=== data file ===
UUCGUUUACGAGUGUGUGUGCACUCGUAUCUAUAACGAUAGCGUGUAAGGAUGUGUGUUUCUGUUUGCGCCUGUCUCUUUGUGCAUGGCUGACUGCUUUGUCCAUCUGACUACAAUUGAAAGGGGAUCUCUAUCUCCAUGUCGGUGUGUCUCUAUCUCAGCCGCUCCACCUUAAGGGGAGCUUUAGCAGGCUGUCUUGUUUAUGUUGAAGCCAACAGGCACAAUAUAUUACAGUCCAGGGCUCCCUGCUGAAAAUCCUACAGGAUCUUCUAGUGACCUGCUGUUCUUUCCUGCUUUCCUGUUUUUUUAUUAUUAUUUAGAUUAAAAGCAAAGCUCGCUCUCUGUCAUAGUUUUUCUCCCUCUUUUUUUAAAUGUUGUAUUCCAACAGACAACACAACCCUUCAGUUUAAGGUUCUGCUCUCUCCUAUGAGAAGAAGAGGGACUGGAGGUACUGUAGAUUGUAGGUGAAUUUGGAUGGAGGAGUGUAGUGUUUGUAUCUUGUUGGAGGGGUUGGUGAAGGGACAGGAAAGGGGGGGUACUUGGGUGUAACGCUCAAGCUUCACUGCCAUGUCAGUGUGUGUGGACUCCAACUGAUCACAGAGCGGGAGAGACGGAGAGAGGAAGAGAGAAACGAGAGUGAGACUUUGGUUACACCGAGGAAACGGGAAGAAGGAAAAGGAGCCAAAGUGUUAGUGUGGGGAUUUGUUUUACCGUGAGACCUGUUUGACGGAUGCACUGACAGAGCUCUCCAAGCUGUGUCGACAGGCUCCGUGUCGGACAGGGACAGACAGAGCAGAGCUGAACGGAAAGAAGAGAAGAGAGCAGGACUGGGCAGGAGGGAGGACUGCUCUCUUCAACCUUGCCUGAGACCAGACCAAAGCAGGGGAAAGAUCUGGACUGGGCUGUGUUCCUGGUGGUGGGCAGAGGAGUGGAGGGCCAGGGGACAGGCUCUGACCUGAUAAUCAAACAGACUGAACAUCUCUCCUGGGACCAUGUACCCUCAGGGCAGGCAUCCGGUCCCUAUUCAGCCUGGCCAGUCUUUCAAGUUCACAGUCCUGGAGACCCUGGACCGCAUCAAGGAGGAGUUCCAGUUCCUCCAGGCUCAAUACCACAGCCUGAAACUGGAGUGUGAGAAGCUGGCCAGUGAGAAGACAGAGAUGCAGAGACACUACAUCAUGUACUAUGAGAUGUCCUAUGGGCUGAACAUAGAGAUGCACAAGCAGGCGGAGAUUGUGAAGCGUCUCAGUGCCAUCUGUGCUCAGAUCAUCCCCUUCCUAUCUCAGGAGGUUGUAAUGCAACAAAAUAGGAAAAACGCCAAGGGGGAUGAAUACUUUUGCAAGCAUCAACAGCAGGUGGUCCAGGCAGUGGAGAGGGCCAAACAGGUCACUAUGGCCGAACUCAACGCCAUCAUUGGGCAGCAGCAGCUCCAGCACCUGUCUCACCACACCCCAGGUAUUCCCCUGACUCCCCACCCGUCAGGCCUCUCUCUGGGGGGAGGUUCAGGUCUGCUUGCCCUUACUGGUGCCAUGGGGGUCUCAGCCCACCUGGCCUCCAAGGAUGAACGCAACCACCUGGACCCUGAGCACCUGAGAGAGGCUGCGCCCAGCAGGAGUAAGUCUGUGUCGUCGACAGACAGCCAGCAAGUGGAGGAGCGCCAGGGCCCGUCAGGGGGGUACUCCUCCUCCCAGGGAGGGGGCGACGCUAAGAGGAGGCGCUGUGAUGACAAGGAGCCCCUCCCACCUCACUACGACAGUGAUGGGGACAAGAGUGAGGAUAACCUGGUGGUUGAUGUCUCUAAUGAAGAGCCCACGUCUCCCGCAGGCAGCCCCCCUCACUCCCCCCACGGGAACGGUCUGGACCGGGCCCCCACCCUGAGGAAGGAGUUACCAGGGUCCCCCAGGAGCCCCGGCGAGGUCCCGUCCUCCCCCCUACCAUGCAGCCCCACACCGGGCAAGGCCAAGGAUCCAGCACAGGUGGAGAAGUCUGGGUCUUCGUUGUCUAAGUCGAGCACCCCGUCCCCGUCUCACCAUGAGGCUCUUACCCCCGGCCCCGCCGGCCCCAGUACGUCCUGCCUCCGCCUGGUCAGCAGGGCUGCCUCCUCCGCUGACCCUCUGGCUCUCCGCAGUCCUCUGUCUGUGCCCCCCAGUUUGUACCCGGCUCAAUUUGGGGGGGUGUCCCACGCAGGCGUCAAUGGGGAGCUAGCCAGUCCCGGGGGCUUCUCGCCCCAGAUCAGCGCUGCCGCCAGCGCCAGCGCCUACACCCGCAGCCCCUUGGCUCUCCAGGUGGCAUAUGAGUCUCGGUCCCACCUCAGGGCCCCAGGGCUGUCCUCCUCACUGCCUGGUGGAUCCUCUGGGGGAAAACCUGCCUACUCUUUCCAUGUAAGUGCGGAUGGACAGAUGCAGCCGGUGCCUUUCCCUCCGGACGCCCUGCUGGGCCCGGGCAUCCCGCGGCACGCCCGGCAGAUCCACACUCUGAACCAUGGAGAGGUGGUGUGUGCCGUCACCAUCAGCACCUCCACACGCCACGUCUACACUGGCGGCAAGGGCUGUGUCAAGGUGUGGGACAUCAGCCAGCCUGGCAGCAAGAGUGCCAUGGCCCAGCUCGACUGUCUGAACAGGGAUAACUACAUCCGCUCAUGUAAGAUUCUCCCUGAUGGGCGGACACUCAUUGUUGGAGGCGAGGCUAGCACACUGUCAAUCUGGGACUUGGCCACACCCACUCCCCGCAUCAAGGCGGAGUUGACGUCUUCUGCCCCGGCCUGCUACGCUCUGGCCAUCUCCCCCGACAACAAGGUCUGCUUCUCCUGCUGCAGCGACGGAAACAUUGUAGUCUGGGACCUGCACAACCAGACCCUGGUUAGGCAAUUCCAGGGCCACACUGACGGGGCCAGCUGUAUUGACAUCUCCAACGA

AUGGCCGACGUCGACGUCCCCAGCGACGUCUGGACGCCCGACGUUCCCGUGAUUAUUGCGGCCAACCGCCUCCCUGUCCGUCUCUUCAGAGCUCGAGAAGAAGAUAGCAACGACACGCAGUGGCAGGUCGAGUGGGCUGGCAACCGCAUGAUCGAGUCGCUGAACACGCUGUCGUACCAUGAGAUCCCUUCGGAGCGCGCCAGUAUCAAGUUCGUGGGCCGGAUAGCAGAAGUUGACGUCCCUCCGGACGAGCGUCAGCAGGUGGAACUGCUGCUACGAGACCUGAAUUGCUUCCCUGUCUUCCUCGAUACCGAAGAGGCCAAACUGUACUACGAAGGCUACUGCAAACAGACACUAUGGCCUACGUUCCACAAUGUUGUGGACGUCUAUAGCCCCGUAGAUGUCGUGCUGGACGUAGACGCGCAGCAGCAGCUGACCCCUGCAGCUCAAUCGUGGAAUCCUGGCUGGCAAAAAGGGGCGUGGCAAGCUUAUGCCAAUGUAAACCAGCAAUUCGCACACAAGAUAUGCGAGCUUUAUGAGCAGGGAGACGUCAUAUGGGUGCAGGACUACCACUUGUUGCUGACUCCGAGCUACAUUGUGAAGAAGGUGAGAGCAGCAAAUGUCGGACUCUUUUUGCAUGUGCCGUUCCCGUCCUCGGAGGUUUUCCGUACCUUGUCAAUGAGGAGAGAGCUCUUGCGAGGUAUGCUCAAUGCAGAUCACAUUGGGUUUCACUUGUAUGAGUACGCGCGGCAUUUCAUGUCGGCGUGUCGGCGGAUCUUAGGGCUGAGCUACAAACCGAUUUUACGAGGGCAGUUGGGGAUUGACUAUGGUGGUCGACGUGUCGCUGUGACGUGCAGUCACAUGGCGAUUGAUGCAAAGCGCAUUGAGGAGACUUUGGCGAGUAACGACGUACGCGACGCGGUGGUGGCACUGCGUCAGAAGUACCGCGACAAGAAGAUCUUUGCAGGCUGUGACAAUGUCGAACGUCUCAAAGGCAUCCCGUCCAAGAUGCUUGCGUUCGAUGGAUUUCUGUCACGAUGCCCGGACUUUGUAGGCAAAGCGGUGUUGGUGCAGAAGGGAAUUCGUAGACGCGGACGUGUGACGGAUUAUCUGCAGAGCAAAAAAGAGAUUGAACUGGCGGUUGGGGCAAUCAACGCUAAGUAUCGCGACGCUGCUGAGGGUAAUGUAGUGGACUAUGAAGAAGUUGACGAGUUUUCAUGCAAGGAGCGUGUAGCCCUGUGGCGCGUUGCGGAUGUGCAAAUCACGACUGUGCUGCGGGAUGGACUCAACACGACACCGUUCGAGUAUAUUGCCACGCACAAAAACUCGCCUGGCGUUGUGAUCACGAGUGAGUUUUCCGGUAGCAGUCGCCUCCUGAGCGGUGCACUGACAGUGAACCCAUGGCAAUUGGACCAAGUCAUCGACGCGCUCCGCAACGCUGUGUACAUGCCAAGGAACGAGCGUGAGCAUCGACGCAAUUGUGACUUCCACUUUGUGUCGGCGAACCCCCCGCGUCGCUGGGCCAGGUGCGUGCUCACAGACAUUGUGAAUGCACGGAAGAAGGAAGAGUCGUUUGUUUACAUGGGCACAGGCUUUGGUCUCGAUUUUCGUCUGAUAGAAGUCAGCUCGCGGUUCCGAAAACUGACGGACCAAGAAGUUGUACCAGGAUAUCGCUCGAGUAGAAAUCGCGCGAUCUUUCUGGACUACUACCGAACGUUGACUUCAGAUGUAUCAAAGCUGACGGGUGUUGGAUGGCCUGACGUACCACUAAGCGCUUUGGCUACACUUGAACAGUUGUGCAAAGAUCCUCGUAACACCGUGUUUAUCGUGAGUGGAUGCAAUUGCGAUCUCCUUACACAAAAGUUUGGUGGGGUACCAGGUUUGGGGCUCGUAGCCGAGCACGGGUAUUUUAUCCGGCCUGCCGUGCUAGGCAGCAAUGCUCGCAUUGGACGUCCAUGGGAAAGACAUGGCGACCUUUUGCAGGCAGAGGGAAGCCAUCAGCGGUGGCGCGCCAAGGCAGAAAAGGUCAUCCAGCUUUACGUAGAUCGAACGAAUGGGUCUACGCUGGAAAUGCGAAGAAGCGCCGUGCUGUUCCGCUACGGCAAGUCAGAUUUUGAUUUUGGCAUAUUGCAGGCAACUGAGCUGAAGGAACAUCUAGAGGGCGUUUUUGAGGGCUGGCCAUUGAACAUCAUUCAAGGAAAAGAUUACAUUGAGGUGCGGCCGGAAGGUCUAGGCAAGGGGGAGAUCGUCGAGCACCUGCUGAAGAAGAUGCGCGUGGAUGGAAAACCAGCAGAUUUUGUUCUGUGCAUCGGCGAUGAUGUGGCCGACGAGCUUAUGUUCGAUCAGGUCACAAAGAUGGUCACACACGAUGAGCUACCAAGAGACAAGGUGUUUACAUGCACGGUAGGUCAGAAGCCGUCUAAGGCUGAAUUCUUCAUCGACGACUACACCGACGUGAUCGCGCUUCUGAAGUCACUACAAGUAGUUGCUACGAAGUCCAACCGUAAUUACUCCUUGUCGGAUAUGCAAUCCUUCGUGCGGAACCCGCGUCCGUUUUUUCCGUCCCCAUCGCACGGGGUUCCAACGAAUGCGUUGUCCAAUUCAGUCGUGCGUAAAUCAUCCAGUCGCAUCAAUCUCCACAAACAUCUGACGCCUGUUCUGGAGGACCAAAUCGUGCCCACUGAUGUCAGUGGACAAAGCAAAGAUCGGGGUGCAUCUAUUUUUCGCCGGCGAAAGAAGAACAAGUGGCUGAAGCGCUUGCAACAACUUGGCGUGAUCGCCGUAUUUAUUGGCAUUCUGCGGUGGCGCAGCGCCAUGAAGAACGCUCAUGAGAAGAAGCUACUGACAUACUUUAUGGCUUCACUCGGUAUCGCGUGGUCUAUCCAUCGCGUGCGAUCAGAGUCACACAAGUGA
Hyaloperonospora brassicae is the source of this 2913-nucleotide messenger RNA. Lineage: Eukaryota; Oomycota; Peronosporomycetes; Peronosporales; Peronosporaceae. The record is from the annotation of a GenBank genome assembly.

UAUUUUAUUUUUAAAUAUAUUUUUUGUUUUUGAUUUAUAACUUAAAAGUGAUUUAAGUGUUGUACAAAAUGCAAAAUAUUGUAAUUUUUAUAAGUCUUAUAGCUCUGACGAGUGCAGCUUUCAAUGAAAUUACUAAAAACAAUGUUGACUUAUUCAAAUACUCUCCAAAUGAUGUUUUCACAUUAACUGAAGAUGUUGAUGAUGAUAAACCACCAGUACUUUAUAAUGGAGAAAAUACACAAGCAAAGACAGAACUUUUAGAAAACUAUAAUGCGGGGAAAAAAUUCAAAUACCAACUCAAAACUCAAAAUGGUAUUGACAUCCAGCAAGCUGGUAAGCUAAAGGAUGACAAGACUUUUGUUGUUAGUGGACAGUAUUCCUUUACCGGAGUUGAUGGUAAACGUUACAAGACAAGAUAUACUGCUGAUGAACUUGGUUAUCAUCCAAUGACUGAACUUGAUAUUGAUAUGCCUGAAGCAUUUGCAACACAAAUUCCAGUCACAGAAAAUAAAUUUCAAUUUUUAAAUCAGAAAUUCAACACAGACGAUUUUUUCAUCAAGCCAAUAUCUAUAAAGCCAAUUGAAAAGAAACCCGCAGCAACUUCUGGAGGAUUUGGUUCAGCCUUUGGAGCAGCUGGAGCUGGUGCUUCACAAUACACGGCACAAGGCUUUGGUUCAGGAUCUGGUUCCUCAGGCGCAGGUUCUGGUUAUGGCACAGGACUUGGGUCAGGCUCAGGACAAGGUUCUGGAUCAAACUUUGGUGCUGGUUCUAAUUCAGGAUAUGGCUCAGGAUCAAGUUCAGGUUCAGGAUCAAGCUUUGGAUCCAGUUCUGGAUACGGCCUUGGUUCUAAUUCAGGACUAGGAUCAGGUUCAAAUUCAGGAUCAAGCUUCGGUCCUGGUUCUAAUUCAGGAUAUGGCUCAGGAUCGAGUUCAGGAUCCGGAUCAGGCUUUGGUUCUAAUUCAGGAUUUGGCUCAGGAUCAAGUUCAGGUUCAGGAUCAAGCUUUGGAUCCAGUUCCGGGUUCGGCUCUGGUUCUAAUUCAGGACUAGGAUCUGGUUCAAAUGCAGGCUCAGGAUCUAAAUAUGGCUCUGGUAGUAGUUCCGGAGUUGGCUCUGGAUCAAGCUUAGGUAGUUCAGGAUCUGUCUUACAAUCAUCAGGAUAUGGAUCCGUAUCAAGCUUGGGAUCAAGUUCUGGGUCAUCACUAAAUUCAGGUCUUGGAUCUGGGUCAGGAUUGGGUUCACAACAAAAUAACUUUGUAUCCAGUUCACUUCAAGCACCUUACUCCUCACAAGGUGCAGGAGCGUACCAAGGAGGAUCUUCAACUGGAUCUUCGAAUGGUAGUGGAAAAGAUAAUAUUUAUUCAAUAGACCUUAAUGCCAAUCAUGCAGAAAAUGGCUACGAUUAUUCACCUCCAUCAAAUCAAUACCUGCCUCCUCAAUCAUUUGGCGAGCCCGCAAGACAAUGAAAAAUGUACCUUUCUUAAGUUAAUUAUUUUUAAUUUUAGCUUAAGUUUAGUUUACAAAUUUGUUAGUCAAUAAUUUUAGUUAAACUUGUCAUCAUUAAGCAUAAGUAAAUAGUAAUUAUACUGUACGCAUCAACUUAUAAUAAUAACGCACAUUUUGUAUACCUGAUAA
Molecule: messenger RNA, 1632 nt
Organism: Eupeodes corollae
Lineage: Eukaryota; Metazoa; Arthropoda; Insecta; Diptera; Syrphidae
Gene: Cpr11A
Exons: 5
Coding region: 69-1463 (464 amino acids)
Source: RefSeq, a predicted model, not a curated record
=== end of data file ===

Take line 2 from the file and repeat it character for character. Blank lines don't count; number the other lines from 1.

AUGGCCGACGUCGACGUCCCCAGCGACGUCUGGACGCCCGACGUUCCCGUGAUUAUUGCGGCCAACCGCCUCCCUGUCCGUCUCUUCAGAGCUCGAGAAGAAGAUAGCAACGACACGCAGUGGCAGGUCGAGUGGGCUGGCAACCGCAUGAUCGAGUCGCUGAACACGCUGUCGUACCAUGAGAUCCCUUCGGAGCGCGCCAGUAUCAAGUUCGUGGGCCGGAUAGCAGAAGUUGACGUCCCUCCGGACGAGCGUCAGCAGGUGGAACUGCUGCUACGAGACCUGAAUUGCUUCCCUGUCUUCCUCGAUACCGAAGAGGCCAAACUGUACUACGAAGGCUACUGCAAACAGACACUAUGGCCUACGUUCCACAAUGUUGUGGACGUCUAUAGCCCCGUAGAUGUCGUGCUGGACGUAGACGCGCAGCAGCAGCUGACCCCUGCAGCUCAAUCGUGGAAUCCUGGCUGGCAAAAAGGGGCGUGGCAAGCUUAUGCCAAUGUAAACCAGCAAUUCGCACACAAGAUAUGCGAGCUUUAUGAGCAGGGAGACGUCAUAUGGGUGCAGGACUACCACUUGUUGCUGACUCCGAGCUACAUUGUGAAGAAGGUGAGAGCAGCAAAUGUCGGACUCUUUUUGCAUGUGCCGUUCCCGUCCUCGGAGGUUUUCCGUACCUUGUCAAUGAGGAGAGAGCUCUUGCGAGGUAUGCUCAAUGCAGAUCACAUUGGGUUUCACUUGUAUGAGUACGCGCGGCAUUUCAUGUCGGCGUGUCGGCGGAUCUUAGGGCUGAGCUACAAACCGAUUUUACGAGGGCAGUUGGGGAUUGACUAUGGUGGUCGACGUGUCGCUGUGACGUGCAGUCACAUGGCGAUUGAUGCAAAGCGCAUUGAGGAGACUUUGGCGAGUAACGACGUACGCGACGCGGUGGUGGCACUGCGUCAGAAGUACCGCGACAAGAAGAUCUUUGCAGGCUGUGACAAUGUCGAACGUCUCAAAGGCAUCCCGUCCAAGAUGCUUGCGUUCGAUGGAUUUCUGUCACGAUGCCCGGACUUUGUAGGCAAAGCGGUGUUGGUGCAGAAGGGAAUUCGUAGACGCGGACGUGUGACGGAUUAUCUGCAGAGCAAAAAAGAGAUUGAACUGGCGGUUGGGGCAAUCAACGCUAAGUAUCGCGACGCUGCUGAGGGUAAUGUAGUGGACUAUGAAGAAGUUGACGAGUUUUCAUGCAAGGAGCGUGUAGCCCUGUGGCGCGUUGCGGAUGUGCAAAUCACGACUGUGCUGCGGGAUGGACUCAACACGACACCGUUCGAGUAUAUUGCCACGCACAAAAACUCGCCUGGCGUUGUGAUCACGAGUGAGUUUUCCGGUAGCAGUCGCCUCCUGAGCGGUGCACUGACAGUGAACCCAUGGCAAUUGGACCAAGUCAUCGACGCGCUCCGCAACGCUGUGUACAUGCCAAGGAACGAGCGUGAGCAUCGACGCAAUUGUGACUUCCACUUUGUGUCGGCGAACCCCCCGCGUCGCUGGGCCAGGUGCGUGCUCACAGACAUUGUGAAUGCACGGAAGAAGGAAGAGUCGUUUGUUUACAUGGGCACAGGCUUUGGUCUCGAUUUUCGUCUGAUAGAAGUCAGCUCGCGGUUCCGAAAACUGACGGACCAAGAAGUUGUACCAGGAUAUCGCUCGAGUAGAAAUCGCGCGAUCUUUCUGGACUACUACCGAACGUUGACUUCAGAUGUAUCAAAGCUGACGGGUGUUGGAUGGCCUGACGUACCACUAAGCGCUUUGGCUACACUUGAACAGUUGUGCAAAGAUCCUCGUAACACCGUGUUUAUCGUGAGUGGAUGCAAUUGCGAUCUCCUUACACAAAAGUUUGGUGGGGUACCAGGUUUGGGGCUCGUAGCCGAGCACGGGUAUUUUAUCCGGCCUGCCGUGCUAGGCAGCAAUGCUCGCAUUGGACGUCCAUGGGAAAGACAUGGCGACCUUUUGCAGGCAGAGGGAAGCCAUCAGCGGUGGCGCGCCAAGGCAGAAAAGGUCAUCCAGCUUUACGUAGAUCGAACGAAUGGGUCUACGCUGGAAAUGCGAAGAAGCGCCGUGCUGUUCCGCUACGGCAAGUCAGAUUUUGAUUUUGGCAUAUUGCAGGCAACUGAGCUGAAGGAACAUCUAGAGGGCGUUUUUGAGGGCUGGCCAUUGAACAUCAUUCAAGGAAAAGAUUACAUUGAGGUGCGGCCGGAAGGUCUAGGCAAGGGGGAGAUCGUCGAGCACCUGCUGAAGAAGAUGCGCGUGGAUGGAAAACCAGCAGAUUUUGUUCUGUGCAUCGGCGAUGAUGUGGCCGACGAGCUUAUGUUCGAUCAGGUCACAAAGAUGGUCACACACGAUGAGCUACCAAGAGACAAGGUGUUUACAUGCACGGUAGGUCAGAAGCCGUCUAAGGCUGAAUUCUUCAUCGACGACUACACCGACGUGAUCGCGCUUCUGAAGUCACUACAAGUAGUUGCUACGAAGUCCAACCGUAAUUACUCCUUGUCGGAUAUGCAAUCCUUCGUGCGGAACCCGCGUCCGUUUUUUCCGUCCCCAUCGCACGGGGUUCCAACGAAUGCGUUGUCCAAUUCAGUCGUGCGUAAAUCAUCCAGUCGCAUCAAUCUCCACAAACAUCUGACGCCUGUUCUGGAGGACCAAAUCGUGCCCACUGAUGUCAGUGGACAAAGCAAAGAUCGGGGUGCAUCUAUUUUUCGCCGGCGAAAGAAGAACAAGUGGCUGAAGCGCUUGCAACAACUUGGCGUGAUCGCCGUAUUUAUUGGCAUUCUGCGGUGGCGCAGCGCCAUGAAGAACGCUCAUGAGAAGAAGCUACUGACAUACUUUAUGGCUUCACUCGGUAUCGCGUGGUCUAUCCAUCGCGUGCGAUCAGAGUCACACAAGUGA